Violence is the true test of a comic just as sex is the true test of prose fiction (which is probably why they have the bad sex prize). The early comics and those that came out in the Golden Age thrived on onomatopoeic words to depict violence — you know, the biff, bam kind accompanied by a suitably coloured starburst. That’s not very different from what most animation movies made in the Loony Tunes mould used and it gave these early comics a distinctly juvenile feel (never mind that reams have since been written about how violent these and early animation features really were).
Masters of violence (top to bottom) Brian Azzarello’s High Water; Garth Ennis’ Enemy Ace and Frank Miller’s Sin City.
It wasn’t until comics got serious — this happened sometime in the early- to mid-1980s — that the portrayal of violence in them became an art form in itself.
This week’s CF is a homage to violence in comics.
It would be wrong to assume that the portrayal of violence in comics has to do with the illustrators and colourists — wrong, but entirely understandable. Violence has to be written into scripts before it can be portrayed. And no one does it better than Garth Ennis, Brian Azzarello, and Frank Miller. All three writers have appeared in CF before and, coincidentally, all three have authored their share of Batman books (and CF, as regular readers may have guessed, is partial to Batman).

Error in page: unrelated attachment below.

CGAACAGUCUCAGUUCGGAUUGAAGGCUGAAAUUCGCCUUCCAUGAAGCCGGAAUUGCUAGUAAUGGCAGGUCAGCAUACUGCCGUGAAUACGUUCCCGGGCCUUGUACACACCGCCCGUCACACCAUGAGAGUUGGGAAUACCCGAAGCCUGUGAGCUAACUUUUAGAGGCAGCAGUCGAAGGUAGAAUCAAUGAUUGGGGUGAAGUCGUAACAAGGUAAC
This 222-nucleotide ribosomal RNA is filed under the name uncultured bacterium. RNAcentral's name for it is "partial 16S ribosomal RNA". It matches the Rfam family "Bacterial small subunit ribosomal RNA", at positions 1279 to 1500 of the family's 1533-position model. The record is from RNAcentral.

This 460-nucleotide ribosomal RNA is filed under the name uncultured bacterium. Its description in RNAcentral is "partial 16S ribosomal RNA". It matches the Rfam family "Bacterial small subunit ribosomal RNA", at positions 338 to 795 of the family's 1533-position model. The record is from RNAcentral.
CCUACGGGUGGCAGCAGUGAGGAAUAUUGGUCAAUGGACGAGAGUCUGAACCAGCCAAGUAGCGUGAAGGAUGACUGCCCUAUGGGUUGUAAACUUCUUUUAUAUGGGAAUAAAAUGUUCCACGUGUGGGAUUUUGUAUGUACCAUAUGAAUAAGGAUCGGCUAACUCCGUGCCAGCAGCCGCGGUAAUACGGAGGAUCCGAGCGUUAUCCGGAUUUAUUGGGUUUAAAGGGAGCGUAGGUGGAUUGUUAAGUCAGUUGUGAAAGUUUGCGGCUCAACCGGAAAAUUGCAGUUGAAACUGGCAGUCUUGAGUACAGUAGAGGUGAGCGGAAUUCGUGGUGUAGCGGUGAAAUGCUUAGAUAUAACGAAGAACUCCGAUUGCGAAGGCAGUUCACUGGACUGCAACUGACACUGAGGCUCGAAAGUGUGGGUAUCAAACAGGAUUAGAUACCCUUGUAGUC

Ennis is best known, however, for his Preacher series, Azzarello for the 100 Bullets franchise, and Miller for his Sin City books. This writer would stick with Sin City to demonstrate Miller’s proficiency in portraying violence but for Ennis he picks Enemy Ace, a little-known book about a German pilot, and for Azzarello, he’d pick one of the Constantine Books the man wrote.
Ennis, simply put, is the master of dismembered limbs, gouged-out eyes, and trailing entrails. Miller is Miller, and his books, when it comes to violence, are the comic book equivalents of John Woo’s movies. The violence is brutal, unexpected, and wonderfully choreographed (so much so that you can hear the bass twanging in the background when an axe cleaves its way through someone’s skull).
This columnist’s favourite, though, would have to be Azzarello. That’s because the violence in his books is as graphic and brutal as it is in anything Miller or Ennis have written. It is also accompanied by a sense of menace that few writers have been able to capture.
Write to Sukumar at firstname.lastname@example.org